Deferred Adjudication for Sexual Crimes: Is it Worth It?
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Deferred Adjudication for Sexual Crimes: Is it Worth It?

by | Jan 25, 2018 | blog, Firm News |

Facing a sexual offense charge anywhere in Texas, and especially in ultra conservative cities like McKinney, Plano, Allen, Dallas, Denton, Frisco, Ft. Worth, and Rockwall, is a life-changing, terrifying matter. Texas law provides severe penalties for those convicted of sexual offenses, like aggravated sexual assault, sexual assault of a child, indecency with a child, and continuous sexual abuse of a child.

Some sexual crimes against children carry minimum prison terms; some are set at 5 years minimum (like aggravated sexual assault of a child, TX Penal Code Section 22.021), and others at 25 years minimum (like continuous sexual abuse of a child, TX Penal Code Section 21.02, or if the child was younger than 6 years of age at the time of the offense, TX Penal Code 22.021 (f)(1). Many sexual crimes against children also carry up to life sentences.

For some sexual offenses, but not all, deferred adjudication is an option. Deferred adjudication means that the court “defers” finding the accused guilty of a crime and places him on probation (also known as “community supervision”). If the accused successfully completes deferred adjudication probation, even for a sexual offense, the court dismisses the indictment and the accused can honestly say that he was not convicted of the crime.

The flip-side of the deferred adjudication coin is that if the court revokes probation, the accused faces the full range of punishment. For example, someone on deferred adjudication for the first degree felony offense of aggravated sexual assault faces the full range of punishment if revoked, which is 5-99 years or life in prison.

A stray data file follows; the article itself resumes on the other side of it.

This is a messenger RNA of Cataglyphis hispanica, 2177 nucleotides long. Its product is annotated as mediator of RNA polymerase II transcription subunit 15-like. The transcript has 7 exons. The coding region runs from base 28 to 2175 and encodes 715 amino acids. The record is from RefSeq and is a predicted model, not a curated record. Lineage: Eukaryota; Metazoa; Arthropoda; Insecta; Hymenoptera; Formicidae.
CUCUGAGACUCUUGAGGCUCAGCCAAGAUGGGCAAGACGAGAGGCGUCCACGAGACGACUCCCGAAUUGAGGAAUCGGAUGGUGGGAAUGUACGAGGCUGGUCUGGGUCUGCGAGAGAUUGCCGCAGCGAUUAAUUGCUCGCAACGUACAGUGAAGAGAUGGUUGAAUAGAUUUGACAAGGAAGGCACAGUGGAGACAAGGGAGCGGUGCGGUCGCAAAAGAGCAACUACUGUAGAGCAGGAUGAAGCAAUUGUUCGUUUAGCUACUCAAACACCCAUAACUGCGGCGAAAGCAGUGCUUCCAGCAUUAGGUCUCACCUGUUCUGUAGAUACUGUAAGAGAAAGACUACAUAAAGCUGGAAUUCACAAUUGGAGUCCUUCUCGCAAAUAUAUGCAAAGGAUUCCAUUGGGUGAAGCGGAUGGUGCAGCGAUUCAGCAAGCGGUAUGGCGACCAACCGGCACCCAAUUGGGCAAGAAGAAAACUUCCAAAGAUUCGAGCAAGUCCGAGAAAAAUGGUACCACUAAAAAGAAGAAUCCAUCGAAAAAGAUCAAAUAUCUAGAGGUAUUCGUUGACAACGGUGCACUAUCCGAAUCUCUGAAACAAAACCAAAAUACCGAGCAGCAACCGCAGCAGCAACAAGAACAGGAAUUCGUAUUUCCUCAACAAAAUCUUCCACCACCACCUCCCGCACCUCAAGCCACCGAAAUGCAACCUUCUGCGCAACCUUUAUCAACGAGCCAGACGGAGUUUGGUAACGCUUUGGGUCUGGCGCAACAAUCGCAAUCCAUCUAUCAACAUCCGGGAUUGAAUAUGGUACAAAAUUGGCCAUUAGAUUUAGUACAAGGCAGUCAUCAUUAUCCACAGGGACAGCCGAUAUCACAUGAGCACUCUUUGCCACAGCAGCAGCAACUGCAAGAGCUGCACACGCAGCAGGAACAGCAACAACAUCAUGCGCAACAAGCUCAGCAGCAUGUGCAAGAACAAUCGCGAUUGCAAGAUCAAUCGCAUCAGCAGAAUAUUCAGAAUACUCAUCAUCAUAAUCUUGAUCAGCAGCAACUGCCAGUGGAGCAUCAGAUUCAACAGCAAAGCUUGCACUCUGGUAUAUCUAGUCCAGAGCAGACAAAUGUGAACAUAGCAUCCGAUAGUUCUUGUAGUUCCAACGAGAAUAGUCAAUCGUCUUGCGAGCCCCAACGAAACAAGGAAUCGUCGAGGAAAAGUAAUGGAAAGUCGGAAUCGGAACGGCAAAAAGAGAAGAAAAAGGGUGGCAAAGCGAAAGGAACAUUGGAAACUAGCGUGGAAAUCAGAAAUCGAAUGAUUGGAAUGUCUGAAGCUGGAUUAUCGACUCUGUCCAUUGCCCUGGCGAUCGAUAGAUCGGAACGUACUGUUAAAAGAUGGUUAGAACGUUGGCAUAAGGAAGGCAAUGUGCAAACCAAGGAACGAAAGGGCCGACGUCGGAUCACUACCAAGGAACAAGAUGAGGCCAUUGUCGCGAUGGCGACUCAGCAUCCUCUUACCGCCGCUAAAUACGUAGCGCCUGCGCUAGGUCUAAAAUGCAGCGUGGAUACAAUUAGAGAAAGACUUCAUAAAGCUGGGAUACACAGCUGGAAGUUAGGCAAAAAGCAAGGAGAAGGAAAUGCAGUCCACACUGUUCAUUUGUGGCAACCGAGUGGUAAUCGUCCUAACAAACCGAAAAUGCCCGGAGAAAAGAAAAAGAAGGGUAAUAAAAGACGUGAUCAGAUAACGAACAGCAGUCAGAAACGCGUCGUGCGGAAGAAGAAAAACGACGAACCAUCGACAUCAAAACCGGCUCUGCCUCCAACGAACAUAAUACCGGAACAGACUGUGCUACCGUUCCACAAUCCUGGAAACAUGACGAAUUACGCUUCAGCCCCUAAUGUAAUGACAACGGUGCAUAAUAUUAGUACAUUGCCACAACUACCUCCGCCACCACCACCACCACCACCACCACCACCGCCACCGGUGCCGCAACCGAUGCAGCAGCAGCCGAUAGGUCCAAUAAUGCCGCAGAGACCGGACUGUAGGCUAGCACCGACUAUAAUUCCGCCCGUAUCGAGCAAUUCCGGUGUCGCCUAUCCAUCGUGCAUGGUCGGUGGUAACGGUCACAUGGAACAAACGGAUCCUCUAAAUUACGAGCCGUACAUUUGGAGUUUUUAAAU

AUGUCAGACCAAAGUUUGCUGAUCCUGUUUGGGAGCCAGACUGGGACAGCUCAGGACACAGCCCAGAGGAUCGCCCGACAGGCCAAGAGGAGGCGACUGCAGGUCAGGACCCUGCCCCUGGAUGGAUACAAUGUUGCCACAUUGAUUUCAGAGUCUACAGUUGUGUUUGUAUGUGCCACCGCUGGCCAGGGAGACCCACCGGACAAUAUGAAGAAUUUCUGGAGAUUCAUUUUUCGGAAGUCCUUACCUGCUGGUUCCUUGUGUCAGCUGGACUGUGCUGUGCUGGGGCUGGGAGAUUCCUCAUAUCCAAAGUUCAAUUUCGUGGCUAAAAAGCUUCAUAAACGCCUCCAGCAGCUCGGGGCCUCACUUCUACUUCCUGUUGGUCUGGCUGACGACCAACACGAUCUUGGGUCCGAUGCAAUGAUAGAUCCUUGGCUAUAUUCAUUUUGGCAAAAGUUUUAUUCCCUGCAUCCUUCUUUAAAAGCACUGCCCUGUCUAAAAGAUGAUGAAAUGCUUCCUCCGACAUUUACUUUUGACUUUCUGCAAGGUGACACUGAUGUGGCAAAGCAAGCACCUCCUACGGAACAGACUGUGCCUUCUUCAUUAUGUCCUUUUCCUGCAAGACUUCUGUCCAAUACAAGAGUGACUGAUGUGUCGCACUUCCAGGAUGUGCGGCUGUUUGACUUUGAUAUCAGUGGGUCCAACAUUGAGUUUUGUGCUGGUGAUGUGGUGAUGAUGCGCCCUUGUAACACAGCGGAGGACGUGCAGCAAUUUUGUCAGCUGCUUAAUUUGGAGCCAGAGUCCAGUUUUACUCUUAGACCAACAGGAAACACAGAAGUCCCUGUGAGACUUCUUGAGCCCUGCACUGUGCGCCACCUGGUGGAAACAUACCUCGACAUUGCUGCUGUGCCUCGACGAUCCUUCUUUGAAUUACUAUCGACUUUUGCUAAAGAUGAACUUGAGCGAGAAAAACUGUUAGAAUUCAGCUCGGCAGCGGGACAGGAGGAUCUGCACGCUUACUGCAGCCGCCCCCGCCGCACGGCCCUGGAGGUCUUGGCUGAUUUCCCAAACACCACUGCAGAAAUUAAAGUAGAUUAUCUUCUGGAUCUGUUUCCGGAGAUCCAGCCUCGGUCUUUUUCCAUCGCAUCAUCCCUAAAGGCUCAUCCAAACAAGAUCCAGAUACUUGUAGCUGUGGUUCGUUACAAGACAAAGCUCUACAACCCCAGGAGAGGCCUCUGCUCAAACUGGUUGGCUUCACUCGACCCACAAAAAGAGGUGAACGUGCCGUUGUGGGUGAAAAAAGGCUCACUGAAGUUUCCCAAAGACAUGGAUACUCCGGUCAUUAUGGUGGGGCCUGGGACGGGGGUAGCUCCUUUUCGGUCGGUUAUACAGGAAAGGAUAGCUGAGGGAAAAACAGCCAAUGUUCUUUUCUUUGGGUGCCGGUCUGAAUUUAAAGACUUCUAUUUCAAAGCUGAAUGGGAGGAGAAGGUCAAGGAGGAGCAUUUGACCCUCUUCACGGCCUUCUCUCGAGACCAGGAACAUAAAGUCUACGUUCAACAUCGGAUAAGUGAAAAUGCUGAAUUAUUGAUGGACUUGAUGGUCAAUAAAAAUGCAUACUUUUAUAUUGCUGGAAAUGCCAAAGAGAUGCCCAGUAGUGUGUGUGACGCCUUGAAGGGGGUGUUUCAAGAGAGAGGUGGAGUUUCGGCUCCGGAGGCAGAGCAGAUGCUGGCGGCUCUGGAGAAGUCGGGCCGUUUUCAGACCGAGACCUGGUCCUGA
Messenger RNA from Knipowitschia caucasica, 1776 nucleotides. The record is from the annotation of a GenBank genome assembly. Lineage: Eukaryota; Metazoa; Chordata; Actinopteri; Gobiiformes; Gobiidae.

Even when the accused receives and successfully completes deferred adjudication for a sexual offense, the fact that he pleaded guilty to a sex offense and received probation remains on his record forever. Texas law does allow for some criminal records to be non-disclosed (or sealed from public view) after successful completion of deferred adjudication; however, that is not an option for sexual offenses which are specifically excluded in the non-disclosure statue. See Texas Government Code Section 411.074(b).

In a nutshell, non-disclosure of criminal records means that public agencies, like the police, district attorney’s offices, Texas Department of Public Safety, jails, district and county clerk’s offices, probation departments, etc., will not disclose information about the charge to the public. These agencies remove the case information from their websites. But, those agencies retain the records, and if the person commits a new offense, the non-disclosed charge can be used against him in the prosecution of the new charge.